Vegan finds at the Dollar Store!

Friday, June 15th, 2012

I plan on doing a Dollar Store post every time Vegan MoFo rolls around, but somehow I never find the time to make the trip. Or the store’s selection is poo that day. Or I lose my photos. Or they just flat out suck. Whatever, you get the idea. So fuck it! Let’s do a mini “vegan finds” post right here, right now!

 

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The Topsy Turvy Hot Pepper Planter! (AS SEEN ON TV!) I was so excited to see this that Shane had to physically restrain me from emptying the display. I don’t really care for hot peppers, but hopefully it’ll work well with tomatoes and strawberries. *crossing fingers*

And THEN I shall empty the display!

 

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West Soy Low Fat Soy Milk! Usually we drink non-fat West Soy – but at a buck a quart, low fat is good. Hell, I would settle for the full fat at that price! Besides, it’s soy milk; how much fat could there be?

And yes, we pretty much cleared the shelf. Vegan Doomsday Preppers over here!

 

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Striped Shortbread Cookies! We polished off the cookies before I thought to snap a pic, but our local Dollar Store has a pretty decent selection of vegan junk food, cookies included. The Striped Shortbread Cookies are my favorite, and the Fudge Graham ones are good too. (Pictured above is a banana soft serve dessert I made with my most recent score.)

Always bring your phone for on-the-spot ingredient checks!

 

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got produce?

Monday, May 21st, 2012

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A baby pepper, just planted!
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As you’re planning and planting your garden this year – tomatoes, peppers, pumpkins, squash, and zucchini as far as the eye can see – please consider including an extra row or two (or three or four!) so that you can donate the excess to a local food pantry. Ample Harvest is a free service that connects gardeners with local charities in need of fresh fruit, vegetables, nuts, and herbs – you know, all the good stuff that any self-respecting vegan gardener might already be planting in her plot.

Here’s how it works:

The Idea

While more than 50 million Americans live in food insecure homes (including a quarter of all children under the age of six), more than 40 million Americans grow fruit, vegetables herbs and nuts in home gardens – often more than they can use, preserve or give to friends.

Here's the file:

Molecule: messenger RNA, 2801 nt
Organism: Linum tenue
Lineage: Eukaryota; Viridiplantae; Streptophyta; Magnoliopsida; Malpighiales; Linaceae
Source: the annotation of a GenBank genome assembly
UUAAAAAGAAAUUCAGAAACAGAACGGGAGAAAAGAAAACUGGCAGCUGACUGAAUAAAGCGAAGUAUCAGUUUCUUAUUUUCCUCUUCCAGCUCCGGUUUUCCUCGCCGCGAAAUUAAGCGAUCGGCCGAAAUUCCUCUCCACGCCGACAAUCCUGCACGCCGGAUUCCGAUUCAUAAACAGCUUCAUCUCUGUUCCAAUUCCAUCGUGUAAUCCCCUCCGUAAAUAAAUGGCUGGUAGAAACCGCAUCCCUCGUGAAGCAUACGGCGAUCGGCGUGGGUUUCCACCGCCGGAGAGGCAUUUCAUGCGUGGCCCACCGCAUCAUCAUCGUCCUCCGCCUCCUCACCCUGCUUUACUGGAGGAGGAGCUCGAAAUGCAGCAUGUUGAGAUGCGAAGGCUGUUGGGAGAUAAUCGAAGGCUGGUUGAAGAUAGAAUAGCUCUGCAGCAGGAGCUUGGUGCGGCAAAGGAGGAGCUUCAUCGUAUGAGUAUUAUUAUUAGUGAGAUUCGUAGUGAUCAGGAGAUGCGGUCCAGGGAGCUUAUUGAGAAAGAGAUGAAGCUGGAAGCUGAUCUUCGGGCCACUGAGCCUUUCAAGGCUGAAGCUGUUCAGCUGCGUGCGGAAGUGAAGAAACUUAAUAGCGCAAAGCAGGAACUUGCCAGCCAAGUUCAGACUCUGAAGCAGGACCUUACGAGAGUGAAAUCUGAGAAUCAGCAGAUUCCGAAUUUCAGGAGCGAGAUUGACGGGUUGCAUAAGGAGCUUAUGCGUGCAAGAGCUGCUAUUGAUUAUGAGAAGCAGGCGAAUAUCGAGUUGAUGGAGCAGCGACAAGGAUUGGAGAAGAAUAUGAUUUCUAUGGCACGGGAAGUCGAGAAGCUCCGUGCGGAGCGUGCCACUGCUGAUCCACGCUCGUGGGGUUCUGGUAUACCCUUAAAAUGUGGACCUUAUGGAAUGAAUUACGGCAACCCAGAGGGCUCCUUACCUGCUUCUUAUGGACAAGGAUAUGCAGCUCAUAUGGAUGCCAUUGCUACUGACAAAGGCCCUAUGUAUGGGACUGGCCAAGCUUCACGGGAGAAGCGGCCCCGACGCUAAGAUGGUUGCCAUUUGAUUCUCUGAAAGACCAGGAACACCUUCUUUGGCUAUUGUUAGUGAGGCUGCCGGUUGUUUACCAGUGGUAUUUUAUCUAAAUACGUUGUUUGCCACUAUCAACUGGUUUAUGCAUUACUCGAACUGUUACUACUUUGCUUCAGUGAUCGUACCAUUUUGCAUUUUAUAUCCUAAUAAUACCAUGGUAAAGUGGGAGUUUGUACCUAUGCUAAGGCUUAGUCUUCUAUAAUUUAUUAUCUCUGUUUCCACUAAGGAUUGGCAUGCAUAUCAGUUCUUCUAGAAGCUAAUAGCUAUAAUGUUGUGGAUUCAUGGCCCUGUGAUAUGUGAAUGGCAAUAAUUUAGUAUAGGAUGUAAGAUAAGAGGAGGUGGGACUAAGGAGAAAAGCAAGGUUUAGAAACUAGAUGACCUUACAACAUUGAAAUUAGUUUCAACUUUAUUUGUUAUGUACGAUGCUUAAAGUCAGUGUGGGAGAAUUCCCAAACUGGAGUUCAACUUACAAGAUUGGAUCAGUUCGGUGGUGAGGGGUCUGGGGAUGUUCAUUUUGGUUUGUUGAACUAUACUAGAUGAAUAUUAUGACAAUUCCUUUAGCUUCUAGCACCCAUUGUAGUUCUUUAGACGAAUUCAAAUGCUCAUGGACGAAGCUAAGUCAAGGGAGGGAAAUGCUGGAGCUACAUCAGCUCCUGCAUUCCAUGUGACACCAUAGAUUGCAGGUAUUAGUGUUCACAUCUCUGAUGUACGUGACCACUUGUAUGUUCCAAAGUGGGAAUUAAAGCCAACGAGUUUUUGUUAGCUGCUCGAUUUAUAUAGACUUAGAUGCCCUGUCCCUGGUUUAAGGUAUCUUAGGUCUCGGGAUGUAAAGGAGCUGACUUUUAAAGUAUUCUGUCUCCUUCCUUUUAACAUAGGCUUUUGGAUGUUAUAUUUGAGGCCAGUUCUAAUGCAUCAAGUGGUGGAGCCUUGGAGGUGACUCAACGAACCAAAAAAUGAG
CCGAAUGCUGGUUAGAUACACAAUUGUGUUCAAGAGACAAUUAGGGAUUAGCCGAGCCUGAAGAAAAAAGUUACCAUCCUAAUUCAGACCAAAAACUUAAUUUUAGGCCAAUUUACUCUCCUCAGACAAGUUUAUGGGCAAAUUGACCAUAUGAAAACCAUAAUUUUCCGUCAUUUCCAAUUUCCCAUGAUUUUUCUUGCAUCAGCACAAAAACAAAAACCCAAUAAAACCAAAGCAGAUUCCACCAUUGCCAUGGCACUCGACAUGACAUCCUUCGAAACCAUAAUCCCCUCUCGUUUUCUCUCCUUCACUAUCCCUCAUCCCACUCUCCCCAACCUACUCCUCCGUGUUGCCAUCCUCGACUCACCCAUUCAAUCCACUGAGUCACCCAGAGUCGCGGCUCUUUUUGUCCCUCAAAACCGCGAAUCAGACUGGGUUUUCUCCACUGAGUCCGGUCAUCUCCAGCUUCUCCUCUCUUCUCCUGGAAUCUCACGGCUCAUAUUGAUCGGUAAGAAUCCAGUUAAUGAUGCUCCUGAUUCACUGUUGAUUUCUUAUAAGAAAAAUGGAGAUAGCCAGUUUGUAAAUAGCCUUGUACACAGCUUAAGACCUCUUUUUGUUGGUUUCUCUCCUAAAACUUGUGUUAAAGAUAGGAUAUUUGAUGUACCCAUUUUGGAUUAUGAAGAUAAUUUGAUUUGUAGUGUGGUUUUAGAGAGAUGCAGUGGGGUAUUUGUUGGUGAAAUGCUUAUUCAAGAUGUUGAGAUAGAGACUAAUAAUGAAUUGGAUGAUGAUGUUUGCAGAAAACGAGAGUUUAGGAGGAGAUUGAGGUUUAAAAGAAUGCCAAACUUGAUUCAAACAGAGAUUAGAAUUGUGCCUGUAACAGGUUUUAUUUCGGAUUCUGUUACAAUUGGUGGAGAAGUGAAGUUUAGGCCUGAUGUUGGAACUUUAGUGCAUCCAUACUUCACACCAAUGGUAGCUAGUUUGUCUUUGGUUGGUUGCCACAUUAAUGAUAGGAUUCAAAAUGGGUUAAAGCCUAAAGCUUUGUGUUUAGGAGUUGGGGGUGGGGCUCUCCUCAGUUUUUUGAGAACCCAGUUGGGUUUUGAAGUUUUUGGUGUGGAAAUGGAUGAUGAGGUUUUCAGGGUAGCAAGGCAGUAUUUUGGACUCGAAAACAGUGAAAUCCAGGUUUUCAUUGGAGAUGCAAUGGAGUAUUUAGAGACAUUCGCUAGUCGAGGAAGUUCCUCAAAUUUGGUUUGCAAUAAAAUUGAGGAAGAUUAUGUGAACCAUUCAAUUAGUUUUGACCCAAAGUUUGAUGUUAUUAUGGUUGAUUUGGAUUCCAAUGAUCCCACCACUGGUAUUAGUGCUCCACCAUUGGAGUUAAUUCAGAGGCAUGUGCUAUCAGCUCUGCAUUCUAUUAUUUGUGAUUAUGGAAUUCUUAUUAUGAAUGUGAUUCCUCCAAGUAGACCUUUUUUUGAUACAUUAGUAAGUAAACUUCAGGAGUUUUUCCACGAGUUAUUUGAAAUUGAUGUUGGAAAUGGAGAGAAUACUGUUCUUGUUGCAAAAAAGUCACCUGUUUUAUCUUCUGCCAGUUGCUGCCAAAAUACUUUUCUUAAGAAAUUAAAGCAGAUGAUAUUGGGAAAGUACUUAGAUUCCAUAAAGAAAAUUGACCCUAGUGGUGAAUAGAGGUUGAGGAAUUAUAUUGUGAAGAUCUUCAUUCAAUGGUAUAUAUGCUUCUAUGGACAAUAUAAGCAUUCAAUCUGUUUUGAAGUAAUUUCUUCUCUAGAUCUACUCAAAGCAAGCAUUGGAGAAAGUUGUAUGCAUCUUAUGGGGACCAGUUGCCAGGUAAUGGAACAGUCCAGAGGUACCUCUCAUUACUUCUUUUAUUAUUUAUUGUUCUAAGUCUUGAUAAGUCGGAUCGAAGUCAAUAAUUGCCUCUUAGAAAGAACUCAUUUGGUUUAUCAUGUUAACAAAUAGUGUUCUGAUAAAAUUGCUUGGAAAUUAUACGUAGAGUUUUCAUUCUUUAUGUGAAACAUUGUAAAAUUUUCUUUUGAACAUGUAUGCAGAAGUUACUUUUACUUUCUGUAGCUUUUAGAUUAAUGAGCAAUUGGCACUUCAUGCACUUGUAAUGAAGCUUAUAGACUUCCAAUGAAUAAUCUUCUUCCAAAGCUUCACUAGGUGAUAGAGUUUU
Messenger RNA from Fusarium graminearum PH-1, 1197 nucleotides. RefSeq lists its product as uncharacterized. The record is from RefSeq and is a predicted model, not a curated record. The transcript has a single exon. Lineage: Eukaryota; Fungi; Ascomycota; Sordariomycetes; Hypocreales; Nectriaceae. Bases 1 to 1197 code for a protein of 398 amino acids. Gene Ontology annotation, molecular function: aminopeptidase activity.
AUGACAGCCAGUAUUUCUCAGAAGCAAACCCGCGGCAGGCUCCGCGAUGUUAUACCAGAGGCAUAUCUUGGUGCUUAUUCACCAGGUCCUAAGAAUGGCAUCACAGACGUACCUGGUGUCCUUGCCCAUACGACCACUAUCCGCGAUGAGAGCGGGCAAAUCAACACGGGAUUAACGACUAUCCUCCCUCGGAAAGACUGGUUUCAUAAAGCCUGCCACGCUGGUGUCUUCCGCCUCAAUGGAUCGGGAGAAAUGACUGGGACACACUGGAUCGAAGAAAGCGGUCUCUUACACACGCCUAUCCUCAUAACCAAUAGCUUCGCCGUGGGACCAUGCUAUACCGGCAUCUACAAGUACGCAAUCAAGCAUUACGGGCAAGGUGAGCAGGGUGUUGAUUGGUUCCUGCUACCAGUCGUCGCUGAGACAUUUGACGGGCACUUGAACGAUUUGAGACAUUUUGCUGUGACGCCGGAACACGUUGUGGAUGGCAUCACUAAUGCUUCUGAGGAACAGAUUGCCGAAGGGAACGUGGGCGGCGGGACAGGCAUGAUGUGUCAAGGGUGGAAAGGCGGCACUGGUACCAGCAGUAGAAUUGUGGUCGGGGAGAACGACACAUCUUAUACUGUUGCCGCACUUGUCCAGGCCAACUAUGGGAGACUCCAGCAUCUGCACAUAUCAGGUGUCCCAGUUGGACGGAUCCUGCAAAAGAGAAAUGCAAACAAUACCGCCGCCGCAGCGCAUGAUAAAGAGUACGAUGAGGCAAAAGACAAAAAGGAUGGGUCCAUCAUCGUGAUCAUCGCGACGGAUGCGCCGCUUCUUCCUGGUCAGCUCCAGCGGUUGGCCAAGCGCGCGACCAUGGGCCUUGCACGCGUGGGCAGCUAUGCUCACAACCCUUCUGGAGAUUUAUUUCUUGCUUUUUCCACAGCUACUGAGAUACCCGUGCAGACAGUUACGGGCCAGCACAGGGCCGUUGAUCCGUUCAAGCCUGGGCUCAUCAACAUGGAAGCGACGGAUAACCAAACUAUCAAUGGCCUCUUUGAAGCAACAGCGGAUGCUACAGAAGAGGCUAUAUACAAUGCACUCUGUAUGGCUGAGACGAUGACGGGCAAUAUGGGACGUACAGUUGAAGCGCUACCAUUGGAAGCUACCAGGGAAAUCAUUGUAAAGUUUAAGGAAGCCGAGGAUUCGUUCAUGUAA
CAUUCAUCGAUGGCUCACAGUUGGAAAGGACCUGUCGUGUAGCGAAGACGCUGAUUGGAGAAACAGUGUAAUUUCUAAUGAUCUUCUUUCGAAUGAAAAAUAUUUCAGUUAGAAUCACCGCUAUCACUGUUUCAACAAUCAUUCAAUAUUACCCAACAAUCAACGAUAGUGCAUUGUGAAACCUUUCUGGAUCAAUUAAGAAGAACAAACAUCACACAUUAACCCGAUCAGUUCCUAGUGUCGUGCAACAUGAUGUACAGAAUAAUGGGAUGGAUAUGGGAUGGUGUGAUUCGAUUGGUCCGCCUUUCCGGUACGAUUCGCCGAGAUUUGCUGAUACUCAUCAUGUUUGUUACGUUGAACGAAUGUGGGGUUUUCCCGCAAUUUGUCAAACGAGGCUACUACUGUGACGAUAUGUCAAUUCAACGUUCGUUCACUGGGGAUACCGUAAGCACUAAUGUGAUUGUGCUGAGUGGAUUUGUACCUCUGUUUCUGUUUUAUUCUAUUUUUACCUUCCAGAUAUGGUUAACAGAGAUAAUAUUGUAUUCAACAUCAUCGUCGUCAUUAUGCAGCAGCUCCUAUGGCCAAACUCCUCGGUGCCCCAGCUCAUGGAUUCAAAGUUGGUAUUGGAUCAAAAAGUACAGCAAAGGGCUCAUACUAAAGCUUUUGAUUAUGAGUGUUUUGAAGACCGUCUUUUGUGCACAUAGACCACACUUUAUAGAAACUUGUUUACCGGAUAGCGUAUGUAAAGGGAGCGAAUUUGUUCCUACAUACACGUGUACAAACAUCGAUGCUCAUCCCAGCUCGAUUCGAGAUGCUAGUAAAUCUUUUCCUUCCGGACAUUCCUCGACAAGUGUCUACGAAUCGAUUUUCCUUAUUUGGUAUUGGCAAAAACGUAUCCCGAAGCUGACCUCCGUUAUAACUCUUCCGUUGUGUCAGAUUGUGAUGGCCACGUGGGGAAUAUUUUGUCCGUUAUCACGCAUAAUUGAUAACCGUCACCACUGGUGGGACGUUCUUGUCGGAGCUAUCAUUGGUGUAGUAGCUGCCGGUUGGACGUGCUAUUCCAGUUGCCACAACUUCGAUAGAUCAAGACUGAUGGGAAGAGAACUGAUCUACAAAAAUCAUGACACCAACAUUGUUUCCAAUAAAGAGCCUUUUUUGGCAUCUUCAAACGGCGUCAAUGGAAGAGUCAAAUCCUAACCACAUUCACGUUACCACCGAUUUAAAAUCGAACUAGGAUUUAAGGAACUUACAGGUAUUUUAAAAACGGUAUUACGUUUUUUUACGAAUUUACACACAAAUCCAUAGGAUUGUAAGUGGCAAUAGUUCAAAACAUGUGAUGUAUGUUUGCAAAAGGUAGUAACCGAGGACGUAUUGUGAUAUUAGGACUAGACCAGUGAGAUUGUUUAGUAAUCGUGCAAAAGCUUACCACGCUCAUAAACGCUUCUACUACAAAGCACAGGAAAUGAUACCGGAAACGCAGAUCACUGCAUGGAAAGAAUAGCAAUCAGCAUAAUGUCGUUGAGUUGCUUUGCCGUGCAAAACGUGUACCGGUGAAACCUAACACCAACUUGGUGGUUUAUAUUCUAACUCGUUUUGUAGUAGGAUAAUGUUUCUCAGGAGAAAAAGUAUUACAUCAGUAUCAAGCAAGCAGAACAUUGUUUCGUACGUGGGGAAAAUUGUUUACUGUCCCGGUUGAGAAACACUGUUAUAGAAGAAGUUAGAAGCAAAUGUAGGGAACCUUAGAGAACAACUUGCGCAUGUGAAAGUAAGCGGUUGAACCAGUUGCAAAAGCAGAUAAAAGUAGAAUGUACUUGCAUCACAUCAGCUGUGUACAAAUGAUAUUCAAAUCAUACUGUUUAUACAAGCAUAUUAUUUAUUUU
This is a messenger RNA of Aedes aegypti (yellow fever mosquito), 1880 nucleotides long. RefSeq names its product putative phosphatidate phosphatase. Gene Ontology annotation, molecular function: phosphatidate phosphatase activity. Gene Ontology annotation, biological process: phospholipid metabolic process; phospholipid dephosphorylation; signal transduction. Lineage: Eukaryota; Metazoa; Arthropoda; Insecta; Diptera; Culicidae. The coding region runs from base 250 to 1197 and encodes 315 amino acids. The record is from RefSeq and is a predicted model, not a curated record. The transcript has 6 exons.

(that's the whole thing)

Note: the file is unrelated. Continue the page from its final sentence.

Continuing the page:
It doesn’t have to be that way.

The Opportunity

Struggling to feed their families, many Americans, both those chronically economically challenged as well as those now impacted by the economic downturn have come to rely on the more than 33,500 food pantries (also called food shelves, food closets, food cupboards or food banks in some areas) across America to help feed their families.

These food pantries, relying on donated and purchased foods, almost never have fresh produce and instead rely on canned or processed produce shipped from across the country at significant cost, both economic and environmental.

At the same time, millions of home and community gardeners nationwide with an abundant harvest do not know that they can share their harvest, do not know how to share their harvest and do not know where to share their harvest. AmpleHarvest.org solves that for them.

The Vision

AmpleHarvest.org envisions an America where millions of gardeners eliminate malnutrition and hunger in their own community.

The Mission

AmpleHarvest.org diminishes hunger in America by educating, encouraging and enabling gardeners to donate their excess harvest to the needy in their community instead of allowing it to rot in the garden. There are no costs to the food pantries or the gardeners for use of AmpleHarvest.org.

The Message

A number of America’s problem could be diminished or even solved if everyone valued our resources, especially fresh food, as the treasure it really is. Our message to America is:

No Food Left Behind

While this doesn’t solve the problem of food access – not by a long shot – growing and donating fresh vegan foods is a small step that you can take to help alleviate hunger in your own community. As Ample Harvest explains, locally sourced foods are also beneficial for the environment: unlike processed foods, fresh foods donated by the community don’t travel as far, don’t require excess packaging – and can even be grown organically, if that’s your thing.